Christmas is about the resurrection of Jesus Christ from the dead. I can already hear your response to that declarative statement: "Don't you have your holidays mixed up? Don't you know that Christmas is about the birth of Jesus and Easter is about his death and resurrection?" Maybe I'm not as wrong as you think I am.
I was asked the other day: "Pastor, do you think the true meaning of Christmas is being pushed out of our culture? Secularization and materialism are already eating away at Thanksgiving, so Christmas is next, right?" Not so fast.
Yes, we are more secular as a culture. The rise of the "nones" in recent surveys indicate an increasing number of people who profess no religious affiliation at all. Further, we know that the rise of material interests in contrast to spiritual concerns at the holidays is always a point of contention.
However, just when we think culture has buried Jesus beneath the rubble of rampant secularism and unbridled materialism, he rises from the dead and the improperly constructed death-chamber of our misguided and premature predictions of his demise, and that of his church. To paraphrase Mark Twain, "The reports of Jesus' death have been greatly exaggerated." Jesus is alive and well. Hymns will be sung in praise of his birth and worshippers all over the world will gather to remember his ignoble beginnings.
Christmas reminds us that Jesus was born to no-name parents (Mary and Joseph) in a no-name place (Bethlehem) and raised in a no-name town (Nazareth), yet he was royalty from the beginning as both Shepherds and Wise Men worshipped him.
Christmas reminds us that Jesus was born to a young, but chaste girl who willingly and humbly submitted to the mystery of a "virgin birth." Christmas reminds us that his earthly father, Joseph, was a man of discrete integrity, willing to go against his initial judgment about Mary's pregnancy, following through on his commitment as a "betrothed man."
Christmas reminds us that Jesus is simultaneously the most unifying and divisive person in human history. He disturbs the proud and haughty, yet embraces the humble and repentant. Jesus appeals to our better natures while redeeming our wrecked humanity. He truly is the Savior of the broken and the bound. His life was impeccable, his words are timeless, his ethic was sermonic, and his purposes were always redemptive.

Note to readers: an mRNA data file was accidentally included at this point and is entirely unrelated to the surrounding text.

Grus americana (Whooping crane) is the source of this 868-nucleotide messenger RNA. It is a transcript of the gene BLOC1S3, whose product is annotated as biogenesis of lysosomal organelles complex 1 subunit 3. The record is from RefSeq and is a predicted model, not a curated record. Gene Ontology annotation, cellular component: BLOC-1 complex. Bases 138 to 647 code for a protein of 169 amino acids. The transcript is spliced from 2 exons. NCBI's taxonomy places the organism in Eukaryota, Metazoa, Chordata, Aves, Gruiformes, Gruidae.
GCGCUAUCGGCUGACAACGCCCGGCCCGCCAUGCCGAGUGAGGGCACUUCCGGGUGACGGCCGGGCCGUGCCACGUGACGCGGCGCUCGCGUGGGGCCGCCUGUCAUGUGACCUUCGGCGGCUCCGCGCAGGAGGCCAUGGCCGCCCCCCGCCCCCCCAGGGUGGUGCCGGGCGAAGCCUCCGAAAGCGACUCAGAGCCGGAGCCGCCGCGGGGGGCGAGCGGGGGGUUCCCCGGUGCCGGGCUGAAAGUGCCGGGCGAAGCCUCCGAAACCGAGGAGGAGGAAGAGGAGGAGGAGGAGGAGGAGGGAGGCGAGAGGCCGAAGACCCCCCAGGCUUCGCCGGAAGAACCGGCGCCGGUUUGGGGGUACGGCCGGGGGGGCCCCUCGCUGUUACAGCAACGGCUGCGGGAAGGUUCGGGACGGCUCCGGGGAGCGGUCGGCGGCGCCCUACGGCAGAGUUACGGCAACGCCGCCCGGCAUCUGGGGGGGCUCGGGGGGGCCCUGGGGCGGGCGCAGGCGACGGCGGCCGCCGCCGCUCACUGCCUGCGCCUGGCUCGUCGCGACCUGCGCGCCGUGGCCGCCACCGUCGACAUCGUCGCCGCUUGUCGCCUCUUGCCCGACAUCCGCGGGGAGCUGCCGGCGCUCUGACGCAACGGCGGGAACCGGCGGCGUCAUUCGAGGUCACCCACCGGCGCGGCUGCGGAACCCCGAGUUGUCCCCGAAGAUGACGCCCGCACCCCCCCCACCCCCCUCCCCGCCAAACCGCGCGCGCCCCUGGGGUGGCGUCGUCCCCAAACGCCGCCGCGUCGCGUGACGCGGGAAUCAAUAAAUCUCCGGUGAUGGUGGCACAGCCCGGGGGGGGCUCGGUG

The resurrection of Jesus from a premature cultural death happens every time we become consumed with consumerism and yet think, at the same time, "Isn't this whole season supposed to be about something else besides buying and selling?" Jesus is raised from the dead at Christmas when we sing carols lauding his attributes, consoling and warming our lonely, sin-sick souls. Jesus rises from the dead every time we gather with family and friends, imagining the travails of that "first, holy family" who made room for this unusual, god-like extraterrestrial. The agony and ecstasy the night of his birth calls to us and makes us weep for more innocent times.
Maybe, just maybe, we are the dead ones, buried under the rubble of forgetfulness and spiritual wandering. Could it be that we are the ones in need of resurrection from the death, a death brought on by the diseases of materialism and shallow hedonism? Needless to say, Jesus has not died; in fact, he's alive and well.
It is my Christmas prayer that we will rise from our own death as Jesus again rises from the premature predictions of his death; that we will become alive to spiritual and meaningful things which rescue the heart and remind us there is more than buying and selling; these are the twin gifts from God of his lavish grace and our humble reception of his mercy.
If you believe, rejoice in the resurrection of the Son of God at Christmas. And even if you do not believe, rejoice that there is something more than mad materialism. Yes, Christmas is about the resurrection of the Son of God, a rising that culminates in Jesus' birth in resurrection power on Easter.